The 15 percent cap on property assessment increases was a key part of the 2006 law changes in South Carolina property taxation, but the cap is not a limit on taxes.

The cap restricts how much a property's taxable value, or assessment, can be increased when counties reassess every five years. The cap generally stays in place unless a property is sold.

The way reassessments and tax rates work, if every property's value rises by 15 percent, no one's tax bill should change. That's because when the value of taxable property rises through reassessment, state law requires that tax rates fall to compensate for that. It is the changes in a property's value relative to other properties in the same county that causes bills to rise or fall during reassessment.

For example, if there are only three homes in a county, and they are all worth $100,000. Then, the county reassesses and determines one home is worth $130,000, one $140,000 and one $150,000.

(Those value increases may sound unbelievable today, but that's what was happening in 2004).

Under the old rules, after tax rates drop to compensate for the higher values, the house worth $140,000 would end up with the same taxes as before, the one worth $150,000 would get a higher bill, the one worth $130,000 would get a lower bill, and the government would collect the same amount of property taxes as before.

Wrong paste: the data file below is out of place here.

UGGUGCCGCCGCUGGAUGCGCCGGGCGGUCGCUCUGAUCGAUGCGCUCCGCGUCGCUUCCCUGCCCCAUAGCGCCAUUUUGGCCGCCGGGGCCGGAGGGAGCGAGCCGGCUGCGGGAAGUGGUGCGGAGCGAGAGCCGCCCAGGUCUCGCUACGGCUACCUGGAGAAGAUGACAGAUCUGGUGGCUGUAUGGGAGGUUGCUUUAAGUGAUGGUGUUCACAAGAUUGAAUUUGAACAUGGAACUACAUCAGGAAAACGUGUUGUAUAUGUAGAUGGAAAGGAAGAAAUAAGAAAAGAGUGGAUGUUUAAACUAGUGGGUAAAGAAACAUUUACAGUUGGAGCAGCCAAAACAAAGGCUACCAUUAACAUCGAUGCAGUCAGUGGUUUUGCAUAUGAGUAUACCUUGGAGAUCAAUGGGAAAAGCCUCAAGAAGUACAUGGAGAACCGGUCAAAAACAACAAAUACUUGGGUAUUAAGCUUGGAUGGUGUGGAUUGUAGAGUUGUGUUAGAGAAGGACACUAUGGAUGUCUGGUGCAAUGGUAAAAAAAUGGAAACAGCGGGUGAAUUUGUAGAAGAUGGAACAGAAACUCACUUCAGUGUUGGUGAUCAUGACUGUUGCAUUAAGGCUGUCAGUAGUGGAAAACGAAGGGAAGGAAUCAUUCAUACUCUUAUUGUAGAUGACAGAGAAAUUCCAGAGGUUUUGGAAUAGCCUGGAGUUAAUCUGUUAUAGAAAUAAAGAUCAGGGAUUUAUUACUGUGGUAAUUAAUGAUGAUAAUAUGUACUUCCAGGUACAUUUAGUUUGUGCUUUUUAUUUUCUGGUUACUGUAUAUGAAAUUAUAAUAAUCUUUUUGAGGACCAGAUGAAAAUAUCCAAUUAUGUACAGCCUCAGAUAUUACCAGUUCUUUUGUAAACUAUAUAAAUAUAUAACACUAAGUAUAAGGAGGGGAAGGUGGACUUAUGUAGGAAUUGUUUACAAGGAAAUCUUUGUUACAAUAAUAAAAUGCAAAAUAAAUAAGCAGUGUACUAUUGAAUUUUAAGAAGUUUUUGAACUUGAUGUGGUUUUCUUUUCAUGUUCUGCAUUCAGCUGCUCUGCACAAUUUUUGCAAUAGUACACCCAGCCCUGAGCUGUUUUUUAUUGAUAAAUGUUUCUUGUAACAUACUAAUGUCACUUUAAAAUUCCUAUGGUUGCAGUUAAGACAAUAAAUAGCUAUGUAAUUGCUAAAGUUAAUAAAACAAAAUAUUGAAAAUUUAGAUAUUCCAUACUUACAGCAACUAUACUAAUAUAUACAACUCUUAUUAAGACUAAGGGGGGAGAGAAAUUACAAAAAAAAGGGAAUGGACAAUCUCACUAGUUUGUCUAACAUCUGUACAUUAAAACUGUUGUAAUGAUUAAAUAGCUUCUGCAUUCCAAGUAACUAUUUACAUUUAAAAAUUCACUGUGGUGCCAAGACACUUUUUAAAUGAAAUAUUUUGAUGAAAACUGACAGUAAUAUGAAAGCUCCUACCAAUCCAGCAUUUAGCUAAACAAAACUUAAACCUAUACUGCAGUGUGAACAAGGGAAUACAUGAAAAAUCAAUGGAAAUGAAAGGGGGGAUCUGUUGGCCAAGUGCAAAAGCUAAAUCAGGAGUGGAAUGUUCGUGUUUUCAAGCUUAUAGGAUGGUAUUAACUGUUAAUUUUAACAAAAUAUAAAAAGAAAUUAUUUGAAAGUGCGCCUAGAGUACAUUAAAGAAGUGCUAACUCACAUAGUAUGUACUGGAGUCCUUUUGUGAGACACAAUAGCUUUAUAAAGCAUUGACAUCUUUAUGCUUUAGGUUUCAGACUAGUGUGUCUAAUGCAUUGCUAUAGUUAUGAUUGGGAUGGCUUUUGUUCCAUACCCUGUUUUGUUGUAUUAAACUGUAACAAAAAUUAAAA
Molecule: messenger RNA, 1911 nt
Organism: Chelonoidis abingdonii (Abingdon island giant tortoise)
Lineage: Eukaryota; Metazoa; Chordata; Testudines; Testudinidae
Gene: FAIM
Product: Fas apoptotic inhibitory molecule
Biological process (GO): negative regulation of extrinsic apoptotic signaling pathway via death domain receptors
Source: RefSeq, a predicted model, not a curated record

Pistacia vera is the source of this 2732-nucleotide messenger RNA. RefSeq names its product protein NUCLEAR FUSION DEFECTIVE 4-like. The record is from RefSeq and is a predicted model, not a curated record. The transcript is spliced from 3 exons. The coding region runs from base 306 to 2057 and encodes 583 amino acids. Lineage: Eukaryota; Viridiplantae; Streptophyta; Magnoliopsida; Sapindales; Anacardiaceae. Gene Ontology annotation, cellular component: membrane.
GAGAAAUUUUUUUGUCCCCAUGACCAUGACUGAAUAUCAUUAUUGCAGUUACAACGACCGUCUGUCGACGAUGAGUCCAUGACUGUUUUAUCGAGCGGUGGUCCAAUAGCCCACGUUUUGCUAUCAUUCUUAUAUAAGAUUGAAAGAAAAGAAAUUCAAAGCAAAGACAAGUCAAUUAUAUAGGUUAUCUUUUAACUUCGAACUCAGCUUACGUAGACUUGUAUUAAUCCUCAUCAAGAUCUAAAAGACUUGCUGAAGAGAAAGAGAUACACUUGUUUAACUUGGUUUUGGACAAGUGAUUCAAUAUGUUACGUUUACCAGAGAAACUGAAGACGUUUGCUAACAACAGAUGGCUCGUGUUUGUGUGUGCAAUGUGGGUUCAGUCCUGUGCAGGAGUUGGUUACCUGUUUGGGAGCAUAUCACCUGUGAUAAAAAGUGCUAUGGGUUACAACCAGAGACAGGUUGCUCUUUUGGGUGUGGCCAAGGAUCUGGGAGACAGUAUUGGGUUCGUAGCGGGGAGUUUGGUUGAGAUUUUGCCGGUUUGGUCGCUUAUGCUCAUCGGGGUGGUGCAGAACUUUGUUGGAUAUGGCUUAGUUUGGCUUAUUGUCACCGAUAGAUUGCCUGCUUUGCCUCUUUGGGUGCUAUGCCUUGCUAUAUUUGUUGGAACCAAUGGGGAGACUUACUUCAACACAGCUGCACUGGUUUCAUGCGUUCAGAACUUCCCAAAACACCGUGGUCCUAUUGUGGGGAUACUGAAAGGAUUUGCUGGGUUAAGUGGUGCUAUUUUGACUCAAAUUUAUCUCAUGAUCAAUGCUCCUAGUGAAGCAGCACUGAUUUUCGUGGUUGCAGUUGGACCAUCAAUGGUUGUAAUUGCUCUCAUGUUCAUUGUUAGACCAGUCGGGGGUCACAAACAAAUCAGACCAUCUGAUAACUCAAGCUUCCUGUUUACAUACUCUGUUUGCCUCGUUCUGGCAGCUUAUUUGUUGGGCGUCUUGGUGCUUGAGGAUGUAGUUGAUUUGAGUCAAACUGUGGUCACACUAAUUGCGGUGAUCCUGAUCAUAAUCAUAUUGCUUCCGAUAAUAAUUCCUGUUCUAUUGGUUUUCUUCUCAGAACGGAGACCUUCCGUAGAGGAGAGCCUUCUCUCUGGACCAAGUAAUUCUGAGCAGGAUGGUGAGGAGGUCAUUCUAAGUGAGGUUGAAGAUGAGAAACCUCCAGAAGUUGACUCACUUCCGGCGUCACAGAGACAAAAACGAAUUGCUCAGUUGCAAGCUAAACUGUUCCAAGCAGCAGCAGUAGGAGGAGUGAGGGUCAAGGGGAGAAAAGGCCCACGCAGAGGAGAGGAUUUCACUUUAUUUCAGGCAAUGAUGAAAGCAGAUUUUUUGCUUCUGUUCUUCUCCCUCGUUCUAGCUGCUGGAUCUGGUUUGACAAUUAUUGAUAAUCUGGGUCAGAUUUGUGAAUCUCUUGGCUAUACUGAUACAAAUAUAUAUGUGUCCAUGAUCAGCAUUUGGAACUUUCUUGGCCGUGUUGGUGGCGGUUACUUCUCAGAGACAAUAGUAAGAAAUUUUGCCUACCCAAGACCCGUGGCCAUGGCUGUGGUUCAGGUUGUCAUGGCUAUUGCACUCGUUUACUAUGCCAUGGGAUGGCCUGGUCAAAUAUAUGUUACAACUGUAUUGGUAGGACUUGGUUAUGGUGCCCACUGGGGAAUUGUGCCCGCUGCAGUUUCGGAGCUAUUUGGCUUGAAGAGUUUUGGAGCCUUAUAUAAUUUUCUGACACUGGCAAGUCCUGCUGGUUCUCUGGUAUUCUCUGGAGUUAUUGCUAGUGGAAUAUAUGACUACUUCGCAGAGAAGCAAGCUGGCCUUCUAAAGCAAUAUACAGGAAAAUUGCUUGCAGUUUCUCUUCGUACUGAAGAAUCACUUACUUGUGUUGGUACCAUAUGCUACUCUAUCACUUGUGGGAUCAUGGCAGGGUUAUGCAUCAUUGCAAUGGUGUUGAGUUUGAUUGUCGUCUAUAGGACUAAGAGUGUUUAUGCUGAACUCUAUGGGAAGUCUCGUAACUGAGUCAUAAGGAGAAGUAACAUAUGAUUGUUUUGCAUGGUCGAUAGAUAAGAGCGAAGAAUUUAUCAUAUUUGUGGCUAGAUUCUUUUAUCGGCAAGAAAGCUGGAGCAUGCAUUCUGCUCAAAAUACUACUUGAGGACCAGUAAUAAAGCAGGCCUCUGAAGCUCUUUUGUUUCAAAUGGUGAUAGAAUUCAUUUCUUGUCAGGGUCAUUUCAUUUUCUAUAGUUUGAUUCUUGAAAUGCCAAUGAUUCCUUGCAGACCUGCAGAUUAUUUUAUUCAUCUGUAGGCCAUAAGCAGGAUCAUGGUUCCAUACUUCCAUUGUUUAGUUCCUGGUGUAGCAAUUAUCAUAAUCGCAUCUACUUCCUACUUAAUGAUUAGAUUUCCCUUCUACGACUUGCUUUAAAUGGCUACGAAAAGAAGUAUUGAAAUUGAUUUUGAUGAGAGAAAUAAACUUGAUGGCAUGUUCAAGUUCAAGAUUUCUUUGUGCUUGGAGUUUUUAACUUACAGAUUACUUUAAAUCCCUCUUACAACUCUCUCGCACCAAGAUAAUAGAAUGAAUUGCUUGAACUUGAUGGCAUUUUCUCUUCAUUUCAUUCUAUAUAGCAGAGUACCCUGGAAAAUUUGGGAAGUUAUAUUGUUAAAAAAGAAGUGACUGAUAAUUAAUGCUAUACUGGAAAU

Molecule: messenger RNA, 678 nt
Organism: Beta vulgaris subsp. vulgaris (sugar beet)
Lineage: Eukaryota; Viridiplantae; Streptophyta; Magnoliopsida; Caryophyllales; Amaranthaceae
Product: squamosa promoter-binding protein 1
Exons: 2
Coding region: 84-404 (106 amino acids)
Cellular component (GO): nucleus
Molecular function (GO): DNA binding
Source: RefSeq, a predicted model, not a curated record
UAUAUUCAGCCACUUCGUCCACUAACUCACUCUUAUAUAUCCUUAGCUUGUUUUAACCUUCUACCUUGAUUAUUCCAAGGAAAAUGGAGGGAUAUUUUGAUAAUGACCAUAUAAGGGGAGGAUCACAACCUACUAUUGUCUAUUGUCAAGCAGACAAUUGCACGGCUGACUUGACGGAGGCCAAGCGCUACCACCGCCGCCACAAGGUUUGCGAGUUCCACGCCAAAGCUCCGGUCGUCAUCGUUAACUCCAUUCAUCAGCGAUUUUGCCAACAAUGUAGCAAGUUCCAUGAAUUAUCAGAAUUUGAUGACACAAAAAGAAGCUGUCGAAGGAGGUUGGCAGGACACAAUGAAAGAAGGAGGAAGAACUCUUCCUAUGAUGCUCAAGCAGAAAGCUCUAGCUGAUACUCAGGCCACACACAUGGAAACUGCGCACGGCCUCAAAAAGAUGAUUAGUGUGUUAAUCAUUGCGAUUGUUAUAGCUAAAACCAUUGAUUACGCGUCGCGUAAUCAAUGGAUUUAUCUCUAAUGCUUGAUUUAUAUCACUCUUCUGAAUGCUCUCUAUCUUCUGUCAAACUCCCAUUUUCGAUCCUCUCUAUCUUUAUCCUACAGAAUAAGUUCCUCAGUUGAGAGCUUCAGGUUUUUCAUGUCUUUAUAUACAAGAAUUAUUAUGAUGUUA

With the 15 percent cap in place, all three houses would be valued at $115,000 after reassessment and none of their bills would change.

Now, imagine that the real estate market drops significantly, and the county reassesses again. All three homes may now be worth less than before, but as long as they are worth more than $115,000 - the capped amount - then the assessments of those properties can rise by as much as 15 percent again, as high as $132,250.

So, those taxable property values could go up because they had been artificially capped before, even as the actual value of the properties went down.

Reach David Slade at 937-5552